Shipping Sharwil avocados from Hawaii to the mainland may get easier if new rules regarding fruit flies take effect. The U.S. Department of Agriculture would allow Sharwil avocados to be exported from Hawaii to parts of the mainland with relaxed restrictions under a recent proposal.
Sharwil avocados, an “exceptional” variety of the healthful green fruit, have not been shipped from Hawaii to the mainland since 1992, when a fruit fly was discovered among avocados being processed for shipment in Hawaii and fear of spreading the fruit fly to mainland fruit-growing regions led to closing the lucrative markets to the Hawaii fruit.
But new research has shown Hawaii avocados to be an unlikely host for the fruit fly and renewed shipments to the mainland could be a boon for the Big Island, since it’s where most of Hawaii’s commercial avocados are grown. Sharwil, the most desirable variety, dominates due to its buttery taste, smooth texture and small seeds.
Mark Wright, chair of the graduate program in entomology at University of Hawaii at Manoa, said, “the research demonstrates that under normal fruit harvest and packing circumstances, Sharwil fruit are not a host for this fruit fly.”
“Combined with the proposed systems approach for Sharwil fruit harvesting and intent to ship the fruit from Hawaii only to certain northern states, the risk of introducing fruit flies by this route is negligible,” Wright said.
Under the proposed new rules, farmers would no longer be required to fumigate or treat avocados to kill fruit fly larvae as long as other procedures are maintained, said the USDA.
The agency expects Hawaii to export up to 390,000 pounds of Sharwil avocados if the rules are relaxed. The industry produced about 700,000 pounds in 2011. Production peaked at 1.2. million pounds in 2007. Annual sales have ranged from $500,000 to $800,000 a year over the past decade.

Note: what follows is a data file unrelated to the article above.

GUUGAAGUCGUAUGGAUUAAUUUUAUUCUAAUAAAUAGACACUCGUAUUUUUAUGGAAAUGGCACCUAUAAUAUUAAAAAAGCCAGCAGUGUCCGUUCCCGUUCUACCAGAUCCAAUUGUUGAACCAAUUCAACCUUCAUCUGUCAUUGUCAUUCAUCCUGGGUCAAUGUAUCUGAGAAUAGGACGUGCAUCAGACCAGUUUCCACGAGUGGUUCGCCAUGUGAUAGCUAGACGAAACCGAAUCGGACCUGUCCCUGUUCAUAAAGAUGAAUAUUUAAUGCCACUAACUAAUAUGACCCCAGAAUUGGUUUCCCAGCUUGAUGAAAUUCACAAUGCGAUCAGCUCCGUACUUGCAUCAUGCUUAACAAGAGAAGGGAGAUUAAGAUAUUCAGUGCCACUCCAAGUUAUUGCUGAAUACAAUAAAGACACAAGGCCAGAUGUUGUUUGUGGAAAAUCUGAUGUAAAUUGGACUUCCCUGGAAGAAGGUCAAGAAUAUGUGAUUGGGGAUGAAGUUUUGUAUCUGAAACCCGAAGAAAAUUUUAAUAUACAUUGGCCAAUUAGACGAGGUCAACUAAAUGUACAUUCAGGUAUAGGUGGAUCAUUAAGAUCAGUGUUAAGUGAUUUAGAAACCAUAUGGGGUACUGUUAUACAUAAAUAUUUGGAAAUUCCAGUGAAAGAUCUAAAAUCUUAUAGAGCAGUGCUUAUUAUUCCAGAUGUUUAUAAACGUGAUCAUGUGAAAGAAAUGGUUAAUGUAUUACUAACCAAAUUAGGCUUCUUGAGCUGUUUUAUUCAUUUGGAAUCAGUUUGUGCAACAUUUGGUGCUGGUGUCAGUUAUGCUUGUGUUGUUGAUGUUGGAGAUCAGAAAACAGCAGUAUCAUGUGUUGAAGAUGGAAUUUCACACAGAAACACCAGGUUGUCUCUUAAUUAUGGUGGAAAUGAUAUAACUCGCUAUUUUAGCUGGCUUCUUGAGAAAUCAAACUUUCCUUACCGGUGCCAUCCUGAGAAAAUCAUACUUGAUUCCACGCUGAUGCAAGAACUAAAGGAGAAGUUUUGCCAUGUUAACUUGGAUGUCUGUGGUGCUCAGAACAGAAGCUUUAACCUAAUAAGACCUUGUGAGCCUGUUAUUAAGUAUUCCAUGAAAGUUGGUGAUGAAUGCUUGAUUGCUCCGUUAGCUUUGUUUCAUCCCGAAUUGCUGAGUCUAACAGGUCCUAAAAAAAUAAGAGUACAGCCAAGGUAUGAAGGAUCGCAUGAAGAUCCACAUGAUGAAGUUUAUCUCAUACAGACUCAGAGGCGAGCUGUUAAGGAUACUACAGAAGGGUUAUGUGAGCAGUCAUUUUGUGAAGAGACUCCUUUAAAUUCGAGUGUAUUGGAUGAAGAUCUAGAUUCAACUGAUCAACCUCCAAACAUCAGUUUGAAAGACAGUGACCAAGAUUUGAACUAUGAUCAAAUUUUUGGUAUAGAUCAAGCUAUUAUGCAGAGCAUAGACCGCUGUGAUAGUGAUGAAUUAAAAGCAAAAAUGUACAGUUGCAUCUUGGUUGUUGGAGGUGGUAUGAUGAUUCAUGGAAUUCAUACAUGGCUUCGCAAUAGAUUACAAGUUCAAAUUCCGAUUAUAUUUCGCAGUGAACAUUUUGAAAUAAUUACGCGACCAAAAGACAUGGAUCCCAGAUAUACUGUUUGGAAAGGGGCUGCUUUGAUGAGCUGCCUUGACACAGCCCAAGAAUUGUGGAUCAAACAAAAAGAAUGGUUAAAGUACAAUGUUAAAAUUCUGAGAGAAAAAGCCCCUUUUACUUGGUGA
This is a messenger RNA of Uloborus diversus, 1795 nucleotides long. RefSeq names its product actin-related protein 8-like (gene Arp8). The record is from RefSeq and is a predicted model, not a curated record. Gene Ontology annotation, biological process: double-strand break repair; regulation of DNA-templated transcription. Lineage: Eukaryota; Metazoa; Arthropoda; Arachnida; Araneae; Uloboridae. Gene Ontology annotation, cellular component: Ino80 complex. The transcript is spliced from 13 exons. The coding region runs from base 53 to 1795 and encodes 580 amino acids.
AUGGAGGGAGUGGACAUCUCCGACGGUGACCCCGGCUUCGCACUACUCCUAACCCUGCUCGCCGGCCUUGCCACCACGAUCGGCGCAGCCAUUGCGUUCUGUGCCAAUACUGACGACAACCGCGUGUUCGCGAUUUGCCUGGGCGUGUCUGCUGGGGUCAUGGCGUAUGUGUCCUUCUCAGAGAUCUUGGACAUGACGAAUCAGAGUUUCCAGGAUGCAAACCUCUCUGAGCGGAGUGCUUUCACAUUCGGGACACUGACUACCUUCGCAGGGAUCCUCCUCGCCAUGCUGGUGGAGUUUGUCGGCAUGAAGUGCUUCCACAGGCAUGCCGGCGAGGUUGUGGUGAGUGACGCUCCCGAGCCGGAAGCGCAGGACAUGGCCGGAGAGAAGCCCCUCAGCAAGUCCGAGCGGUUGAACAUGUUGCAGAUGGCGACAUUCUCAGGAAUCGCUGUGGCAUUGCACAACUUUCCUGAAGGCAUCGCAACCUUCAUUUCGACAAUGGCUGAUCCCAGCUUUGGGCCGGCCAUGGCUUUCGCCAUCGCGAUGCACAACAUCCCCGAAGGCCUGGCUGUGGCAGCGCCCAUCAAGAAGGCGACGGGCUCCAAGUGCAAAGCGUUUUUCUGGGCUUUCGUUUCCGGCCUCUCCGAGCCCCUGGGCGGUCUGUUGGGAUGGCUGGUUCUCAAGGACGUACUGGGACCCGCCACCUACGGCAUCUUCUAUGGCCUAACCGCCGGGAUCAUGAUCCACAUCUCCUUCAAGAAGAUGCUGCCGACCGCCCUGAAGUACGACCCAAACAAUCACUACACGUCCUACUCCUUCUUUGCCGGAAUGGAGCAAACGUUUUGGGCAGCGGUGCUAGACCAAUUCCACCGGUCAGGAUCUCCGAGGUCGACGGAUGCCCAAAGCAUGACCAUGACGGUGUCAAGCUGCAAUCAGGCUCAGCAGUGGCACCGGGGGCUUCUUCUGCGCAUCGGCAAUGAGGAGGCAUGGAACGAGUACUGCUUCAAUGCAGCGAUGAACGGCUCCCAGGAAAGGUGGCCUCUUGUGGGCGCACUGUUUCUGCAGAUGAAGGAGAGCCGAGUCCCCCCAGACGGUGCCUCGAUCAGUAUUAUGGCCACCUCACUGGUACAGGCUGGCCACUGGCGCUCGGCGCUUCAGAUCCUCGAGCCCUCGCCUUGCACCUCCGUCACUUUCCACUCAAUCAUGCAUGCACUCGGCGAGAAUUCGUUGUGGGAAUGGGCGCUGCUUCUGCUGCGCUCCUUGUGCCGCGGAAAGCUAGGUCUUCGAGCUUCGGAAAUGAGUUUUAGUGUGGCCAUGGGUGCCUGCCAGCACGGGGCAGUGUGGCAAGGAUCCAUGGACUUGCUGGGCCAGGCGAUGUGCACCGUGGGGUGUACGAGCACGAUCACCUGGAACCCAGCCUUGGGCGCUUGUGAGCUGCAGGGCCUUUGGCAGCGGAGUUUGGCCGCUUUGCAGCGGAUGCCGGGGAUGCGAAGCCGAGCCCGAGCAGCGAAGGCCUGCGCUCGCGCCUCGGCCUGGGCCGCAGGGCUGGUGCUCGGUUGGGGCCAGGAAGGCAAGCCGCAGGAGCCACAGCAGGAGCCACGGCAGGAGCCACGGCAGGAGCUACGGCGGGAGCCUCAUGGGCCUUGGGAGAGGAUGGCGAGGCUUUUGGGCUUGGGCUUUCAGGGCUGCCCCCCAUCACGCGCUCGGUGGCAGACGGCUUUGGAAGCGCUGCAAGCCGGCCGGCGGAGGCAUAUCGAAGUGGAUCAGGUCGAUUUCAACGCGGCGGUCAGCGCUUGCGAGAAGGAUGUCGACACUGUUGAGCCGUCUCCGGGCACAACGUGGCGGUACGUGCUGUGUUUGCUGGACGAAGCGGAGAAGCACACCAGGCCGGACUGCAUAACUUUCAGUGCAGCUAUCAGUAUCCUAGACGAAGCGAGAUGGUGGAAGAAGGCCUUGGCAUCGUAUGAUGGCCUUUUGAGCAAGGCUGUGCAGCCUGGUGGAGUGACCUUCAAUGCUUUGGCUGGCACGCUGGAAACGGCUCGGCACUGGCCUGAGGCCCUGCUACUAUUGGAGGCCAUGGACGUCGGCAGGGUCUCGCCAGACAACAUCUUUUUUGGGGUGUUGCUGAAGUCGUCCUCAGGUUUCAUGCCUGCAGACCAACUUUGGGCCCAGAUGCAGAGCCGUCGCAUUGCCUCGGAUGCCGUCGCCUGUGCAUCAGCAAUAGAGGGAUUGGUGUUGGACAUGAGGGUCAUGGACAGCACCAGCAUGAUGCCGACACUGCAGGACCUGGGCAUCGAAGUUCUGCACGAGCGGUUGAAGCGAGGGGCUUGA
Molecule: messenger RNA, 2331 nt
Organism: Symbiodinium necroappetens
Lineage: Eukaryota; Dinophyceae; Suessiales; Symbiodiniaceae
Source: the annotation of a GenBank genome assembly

Distribution of Sharwil avocados would be limited to fruit harvested between Nov. 1 and March 1 that are being exported to 32 northern states and the District of Columbia to ensure that if any fruit flies are shipped, the climate where they’re going will not allow them to reproduce. The allowed destinations would be Colorado, Connecticut, Delaware, District of Columbia, Idaho, Illinois, Indiana, Iowa, Kansas, Kentucky, Maine, Maryland, Massachusetts, Michigan, Minnesota, Missouri, Montana, Nebraska, New Hampshire, New Jersey, New York, North Dakota, Ohio, Pennsylvania, Rhode Island, South Dakota, Utah, Vermont, Virginia, Washington, West Virginia, Wisconsin and Wyoming.
“Avocados are much, much easier to grow than coffee,” said Brooks Wakefield, secretary for the Hawaii Avocado Association. She and her husband Bill have farmed avocados in Kona for 34 years.
Wakefield said some Kona coffee growers plagued by the destructive coffee berry borer insect are starting to grow avocados instead, and that the new, relaxed rules will be beneficial. Avocados grow on the same “ag belt” as coffee, she said. “At least there will be something, an alternative, for those giving up. It will make a difference to the whole state.”
Hawaii Avocado Association President Thomas Benton also testified in favor of the rules change. “Hawaii’s current limited production will ensure a slow controlled introduction to the mainland market,” Benton said, which will allow the industry to “observe the process as our production increases and markets are developed on the mainland.”
“The risk that an Oriental Fruit Fly colony getting established in a fruit-growing area on the mainland is mathematically infinitesimal and, practically speaking, zero,” he said. “With the proposed new rules, the benefit to the Hawaii farmer, the American consumer and the economy far out weigh the risk.
“Over time we believe there will be a benefit to the American shipping economy as Hawaii Sharwils begin to fill some of the empty containers returning to the mainland,” Benton said.
“It has taken us 22 years to get back to where we are now and for the most part it will be a new generation of farmers and agricultural businessmen who will benefit from this. We believe this system is very safe and will enable the Hawaii farmer to build a good, dependable market for the Hawaii Sharwil and to able to expand our production for the benefit of everyone concerned.”
No significant objections to the proposed rules were submitted during the recently ended comment period, however there is currently no timetable for the final USDA’s final decision on the proposed new rules.